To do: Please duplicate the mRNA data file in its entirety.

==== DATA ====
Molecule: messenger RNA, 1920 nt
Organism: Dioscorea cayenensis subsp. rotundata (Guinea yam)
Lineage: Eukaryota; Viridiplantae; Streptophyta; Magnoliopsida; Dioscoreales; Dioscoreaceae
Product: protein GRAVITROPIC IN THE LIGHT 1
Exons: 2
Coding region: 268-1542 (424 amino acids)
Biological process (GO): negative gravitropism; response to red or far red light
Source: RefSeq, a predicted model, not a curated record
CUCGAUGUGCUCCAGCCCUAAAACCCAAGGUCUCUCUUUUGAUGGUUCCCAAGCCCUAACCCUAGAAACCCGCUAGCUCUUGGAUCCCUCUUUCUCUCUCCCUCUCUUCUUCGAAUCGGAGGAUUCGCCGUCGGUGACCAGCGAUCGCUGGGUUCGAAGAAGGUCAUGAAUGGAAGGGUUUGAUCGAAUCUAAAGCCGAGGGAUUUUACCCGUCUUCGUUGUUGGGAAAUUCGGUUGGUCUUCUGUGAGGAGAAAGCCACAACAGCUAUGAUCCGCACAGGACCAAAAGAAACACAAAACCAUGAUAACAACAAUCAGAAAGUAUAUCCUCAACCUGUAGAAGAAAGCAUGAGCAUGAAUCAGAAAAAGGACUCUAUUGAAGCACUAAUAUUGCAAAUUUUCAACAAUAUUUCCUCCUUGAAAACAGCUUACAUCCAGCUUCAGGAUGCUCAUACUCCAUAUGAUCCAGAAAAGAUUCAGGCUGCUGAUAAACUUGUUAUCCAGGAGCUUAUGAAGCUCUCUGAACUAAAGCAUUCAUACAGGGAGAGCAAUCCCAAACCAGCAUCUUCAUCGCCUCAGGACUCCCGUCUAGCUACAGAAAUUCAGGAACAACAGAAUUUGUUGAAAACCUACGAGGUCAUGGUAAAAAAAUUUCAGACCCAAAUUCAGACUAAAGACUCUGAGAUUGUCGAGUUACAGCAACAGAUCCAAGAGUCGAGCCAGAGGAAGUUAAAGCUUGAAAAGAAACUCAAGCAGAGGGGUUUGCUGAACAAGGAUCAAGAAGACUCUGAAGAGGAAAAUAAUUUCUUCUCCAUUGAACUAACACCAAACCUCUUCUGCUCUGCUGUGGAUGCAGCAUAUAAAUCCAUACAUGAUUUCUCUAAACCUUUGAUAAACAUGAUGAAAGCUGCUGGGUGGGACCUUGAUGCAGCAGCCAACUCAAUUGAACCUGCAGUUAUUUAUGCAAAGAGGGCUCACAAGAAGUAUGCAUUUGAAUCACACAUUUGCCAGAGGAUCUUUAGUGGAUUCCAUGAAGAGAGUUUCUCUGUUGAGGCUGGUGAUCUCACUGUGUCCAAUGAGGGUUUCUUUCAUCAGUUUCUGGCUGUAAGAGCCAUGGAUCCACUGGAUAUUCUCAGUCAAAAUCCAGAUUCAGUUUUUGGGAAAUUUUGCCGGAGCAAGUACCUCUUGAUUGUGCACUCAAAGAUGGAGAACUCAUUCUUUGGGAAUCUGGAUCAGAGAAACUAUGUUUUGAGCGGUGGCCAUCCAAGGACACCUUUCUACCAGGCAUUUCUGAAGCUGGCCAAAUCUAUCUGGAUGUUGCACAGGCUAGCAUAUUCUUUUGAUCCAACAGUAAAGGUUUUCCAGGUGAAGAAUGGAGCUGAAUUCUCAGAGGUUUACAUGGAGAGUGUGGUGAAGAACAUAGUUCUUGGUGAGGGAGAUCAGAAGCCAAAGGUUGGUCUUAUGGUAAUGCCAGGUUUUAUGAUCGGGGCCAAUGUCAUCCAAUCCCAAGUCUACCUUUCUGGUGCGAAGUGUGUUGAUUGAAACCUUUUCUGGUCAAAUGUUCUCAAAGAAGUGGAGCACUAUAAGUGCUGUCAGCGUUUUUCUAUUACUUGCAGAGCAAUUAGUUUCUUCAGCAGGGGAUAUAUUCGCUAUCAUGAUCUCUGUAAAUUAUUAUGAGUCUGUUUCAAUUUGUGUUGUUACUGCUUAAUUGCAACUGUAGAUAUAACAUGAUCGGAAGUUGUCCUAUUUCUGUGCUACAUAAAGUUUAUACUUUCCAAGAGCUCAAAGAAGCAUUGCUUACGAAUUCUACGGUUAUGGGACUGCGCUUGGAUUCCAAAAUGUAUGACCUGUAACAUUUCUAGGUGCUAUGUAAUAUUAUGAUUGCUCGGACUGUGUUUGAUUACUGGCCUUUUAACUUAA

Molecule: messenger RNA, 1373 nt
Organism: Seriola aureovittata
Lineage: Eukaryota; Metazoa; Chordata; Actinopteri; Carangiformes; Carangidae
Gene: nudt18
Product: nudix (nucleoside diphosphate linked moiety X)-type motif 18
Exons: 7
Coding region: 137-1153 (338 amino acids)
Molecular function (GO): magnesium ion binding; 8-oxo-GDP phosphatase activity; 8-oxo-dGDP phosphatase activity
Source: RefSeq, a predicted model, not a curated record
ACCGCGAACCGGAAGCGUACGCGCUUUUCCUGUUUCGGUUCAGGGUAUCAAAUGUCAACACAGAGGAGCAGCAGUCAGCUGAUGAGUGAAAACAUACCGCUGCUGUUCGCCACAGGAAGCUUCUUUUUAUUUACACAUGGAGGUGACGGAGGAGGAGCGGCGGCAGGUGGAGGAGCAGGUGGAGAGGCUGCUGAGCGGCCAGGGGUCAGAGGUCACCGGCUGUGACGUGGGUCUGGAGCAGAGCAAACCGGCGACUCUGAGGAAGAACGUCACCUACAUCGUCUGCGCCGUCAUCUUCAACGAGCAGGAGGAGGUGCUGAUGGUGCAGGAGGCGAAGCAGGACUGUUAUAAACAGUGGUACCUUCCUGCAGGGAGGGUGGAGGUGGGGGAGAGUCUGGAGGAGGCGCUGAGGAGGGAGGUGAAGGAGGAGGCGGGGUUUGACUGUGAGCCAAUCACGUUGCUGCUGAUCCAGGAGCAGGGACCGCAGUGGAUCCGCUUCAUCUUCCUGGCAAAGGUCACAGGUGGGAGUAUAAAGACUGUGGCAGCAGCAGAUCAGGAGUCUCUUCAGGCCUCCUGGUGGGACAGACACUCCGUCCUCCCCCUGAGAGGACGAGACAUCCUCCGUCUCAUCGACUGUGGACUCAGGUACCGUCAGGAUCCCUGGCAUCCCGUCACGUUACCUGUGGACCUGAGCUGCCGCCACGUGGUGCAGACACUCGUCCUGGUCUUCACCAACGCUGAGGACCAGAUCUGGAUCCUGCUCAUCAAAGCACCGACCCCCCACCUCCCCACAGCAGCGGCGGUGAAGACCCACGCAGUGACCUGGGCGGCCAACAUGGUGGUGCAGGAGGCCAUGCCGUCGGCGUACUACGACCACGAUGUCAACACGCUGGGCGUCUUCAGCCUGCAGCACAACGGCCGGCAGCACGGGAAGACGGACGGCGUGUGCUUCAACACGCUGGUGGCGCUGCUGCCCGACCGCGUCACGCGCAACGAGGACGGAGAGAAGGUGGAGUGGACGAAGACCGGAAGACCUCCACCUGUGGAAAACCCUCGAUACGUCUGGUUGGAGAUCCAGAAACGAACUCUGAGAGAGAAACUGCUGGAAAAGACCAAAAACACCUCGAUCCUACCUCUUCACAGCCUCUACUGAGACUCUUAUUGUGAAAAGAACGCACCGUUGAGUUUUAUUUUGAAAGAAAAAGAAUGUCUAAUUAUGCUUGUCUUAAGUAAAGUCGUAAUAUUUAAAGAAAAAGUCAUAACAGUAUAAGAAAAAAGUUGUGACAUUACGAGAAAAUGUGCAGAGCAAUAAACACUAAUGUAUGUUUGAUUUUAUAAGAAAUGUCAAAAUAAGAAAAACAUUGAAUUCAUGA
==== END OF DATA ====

Molecule: messenger RNA, 1920 nt
Organism: Dioscorea cayenensis subsp. rotundata (Guinea yam)
Lineage: Eukaryota; Viridiplantae; Streptophyta; Magnoliopsida; Dioscoreales; Dioscoreaceae
Product: protein GRAVITROPIC IN THE LIGHT 1
Exons: 2
Coding region: 268-1542 (424 amino acids)
Biological process (GO): negative gravitropism; response to red or far red light
Source: RefSeq, a predicted model, not a curated record
CUCGAUGUGCUCCAGCCCUAAAACCCAAGGUCUCUCUUUUGAUGGUUCCCAAGCCCUAACCCUAGAAACCCGCUAGCUCUUGGAUCCCUCUUUCUCUCUCCCUCUCUUCUUCGAAUCGGAGGAUUCGCCGUCGGUGACCAGCGAUCGCUGGGUUCGAAGAAGGUCAUGAAUGGAAGGGUUUGAUCGAAUCUAAAGCCGAGGGAUUUUACCCGUCUUCGUUGUUGGGAAAUUCGGUUGGUCUUCUGUGAGGAGAAAGCCACAACAGCUAUGAUCCGCACAGGACCAAAAGAAACACAAAACCAUGAUAACAACAAUCAGAAAGUAUAUCCUCAACCUGUAGAAGAAAGCAUGAGCAUGAAUCAGAAAAAGGACUCUAUUGAAGCACUAAUAUUGCAAAUUUUCAACAAUAUUUCCUCCUUGAAAACAGCUUACAUCCAGCUUCAGGAUGCUCAUACUCCAUAUGAUCCAGAAAAGAUUCAGGCUGCUGAUAAACUUGUUAUCCAGGAGCUUAUGAAGCUCUCUGAACUAAAGCAUUCAUACAGGGAGAGCAAUCCCAAACCAGCAUCUUCAUCGCCUCAGGACUCCCGUCUAGCUACAGAAAUUCAGGAACAACAGAAUUUGUUGAAAACCUACGAGGUCAUGGUAAAAAAAUUUCAGACCCAAAUUCAGACUAAAGACUCUGAGAUUGUCGAGUUACAGCAACAGAUCCAAGAGUCGAGCCAGAGGAAGUUAAAGCUUGAAAAGAAACUCAAGCAGAGGGGUUUGCUGAACAAGGAUCAAGAAGACUCUGAAGAGGAAAAUAAUUUCUUCUCCAUUGAACUAACACCAAACCUCUUCUGCUCUGCUGUGGAUGCAGCAUAUAAAUCCAUACAUGAUUUCUCUAAACCUUUGAUAAACAUGAUGAAAGCUGCUGGGUGGGACCUUGAUGCAGCAGCCAACUCAAUUGAACCUGCAGUUAUUUAUGCAAAGAGGGCUCACAAGAAGUAUGCAUUUGAAUCACACAUUUGCCAGAGGAUCUUUAGUGGAUUCCAUGAAGAGAGUUUCUCUGUUGAGGCUGGUGAUCUCACUGUGUCCAAUGAGGGUUUCUUUCAUCAGUUUCUGGCUGUAAGAGCCAUGGAUCCACUGGAUAUUCUCAGUCAAAAUCCAGAUUCAGUUUUUGGGAAAUUUUGCCGGAGCAAGUACCUCUUGAUUGUGCACUCAAAGAUGGAGAACUCAUUCUUUGGGAAUCUGGAUCAGAGAAACUAUGUUUUGAGCGGUGGCCAUCCAAGGACACCUUUCUACCAGGCAUUUCUGAAGCUGGCCAAAUCUAUCUGGAUGUUGCACAGGCUAGCAUAUUCUUUUGAUCCAACAGUAAAGGUUUUCCAGGUGAAGAAUGGAGCUGAAUUCUCAGAGGUUUACAUGGAGAGUGUGGUGAAGAACAUAGUUCUUGGUGAGGGAGAUCAGAAGCCAAAGGUUGGUCUUAUGGUAAUGCCAGGUUUUAUGAUCGGGGCCAAUGUCAUCCAAUCCCAAGUCUACCUUUCUGGUGCGAAGUGUGUUGAUUGAAACCUUUUCUGGUCAAAUGUUCUCAAAGAAGUGGAGCACUAUAAGUGCUGUCAGCGUUUUUCUAUUACUUGCAGAGCAAUUAGUUUCUUCAGCAGGGGAUAUAUUCGCUAUCAUGAUCUCUGUAAAUUAUUAUGAGUCUGUUUCAAUUUGUGUUGUUACUGCUUAAUUGCAACUGUAGAUAUAACAUGAUCGGAAGUUGUCCUAUUUCUGUGCUACAUAAAGUUUAUACUUUCCAAGAGCUCAAAGAAGCAUUGCUUACGAAUUCUACGGUUAUGGGACUGCGCUUGGAUUCCAAAAUGUAUGACCUGUAACAUUUCUAGGUGCUAUGUAAUAUUAUGAUUGCUCGGACUGUGUUUGAUUACUGGCCUUUUAACUUAA

Molecule: messenger RNA, 1373 nt
Organism: Seriola aureovittata
Lineage: Eukaryota; Metazoa; Chordata; Actinopteri; Carangiformes; Carangidae
Gene: nudt18
Product: nudix (nucleoside diphosphate linked moiety X)-type motif 18
Exons: 7
Coding region: 137-1153 (338 amino acids)
Molecular function (GO): magnesium ion binding; 8-oxo-GDP phosphatase activity; 8-oxo-dGDP phosphatase activity
Source: RefSeq, a predicted model, not a curated record
ACCGCGAACCGGAAGCGUACGCGCUUUUCCUGUUUCGGUUCAGGGUAUCAAAUGUCAACACAGAGGAGCAGCAGUCAGCUGAUGAGUGAAAACAUACCGCUGCUGUUCGCCACAGGAAGCUUCUUUUUAUUUACACAUGGAGGUGACGGAGGAGGAGCGGCGGCAGGUGGAGGAGCAGGUGGAGAGGCUGCUGAGCGGCCAGGGGUCAGAGGUCACCGGCUGUGACGUGGGUCUGGAGCAGAGCAAACCGGCGACUCUGAGGAAGAACGUCACCUACAUCGUCUGCGCCGUCAUCUUCAACGAGCAGGAGGAGGUGCUGAUGGUGCAGGAGGCGAAGCAGGACUGUUAUAAACAGUGGUACCUUCCUGCAGGGAGGGUGGAGGUGGGGGAGAGUCUGGAGGAGGCGCUGAGGAGGGAGGUGAAGGAGGAGGCGGGGUUUGACUGUGAGCCAAUCACGUUGCUGCUGAUCCAGGAGCAGGGACCGCAGUGGAUCCGCUUCAUCUUCCUGGCAAAGGUCACAGGUGGGAGUAUAAAGACUGUGGCAGCAGCAGAUCAGGAGUCUCUUCAGGCCUCCUGGUGGGACAGACACUCCGUCCUCCCCCUGAGAGGACGAGACAUCCUCCGUCUCAUCGACUGUGGACUCAGGUACCGUCAGGAUCCCUGGCAUCCCGUCACGUUACCUGUGGACCUGAGCUGCCGCCACGUGGUGCAGACACUCGUCCUGGUCUUCACCAACGCUGAGGACCAGAUCUGGAUCCUGCUCAUCAAAGCACCGACCCCCCACCUCCCCACAGCAGCGGCGGUGAAGACCCACGCAGUGACCUGGGCGGCCAACAUGGUGGUGCAGGAGGCCAUGCCGUCGGCGUACUACGACCACGAUGUCAACACGCUGGGCGUCUUCAGCCUGCAGCACAACGGCCGGCAGCACGGGAAGACGGACGGCGUGUGCUUCAACACGCUGGUGGCGCUGCUGCCCGACCGCGUCACGCGCAACGAGGACGGAGAGAAGGUGGAGUGGACGAAGACCGGAAGACCUCCACCUGUGGAAAACCCUCGAUACGUCUGGUUGGAGAUCCAGAAACGAACUCUGAGAGAGAAACUGCUGGAAAAGACCAAAAACACCUCGAUCCUACCUCUUCACAGCCUCUACUGAGACUCUUAUUGUGAAAAGAACGCACCGUUGAGUUUUAUUUUGAAAGAAAAAGAAUGUCUAAUUAUGCUUGUCUUAAGUAAAGUCGUAAUAUUUAAAGAAAAAGUCAUAACAGUAUAAGAAAAAAGUUGUGACAUUACGAGAAAAUGUGCAGAGCAAUAAACACUAAUGUAUGUUUGAUUUUAUAAGAAAUGUCAAAAUAAGAAAAACAUUGAAUUCAUGA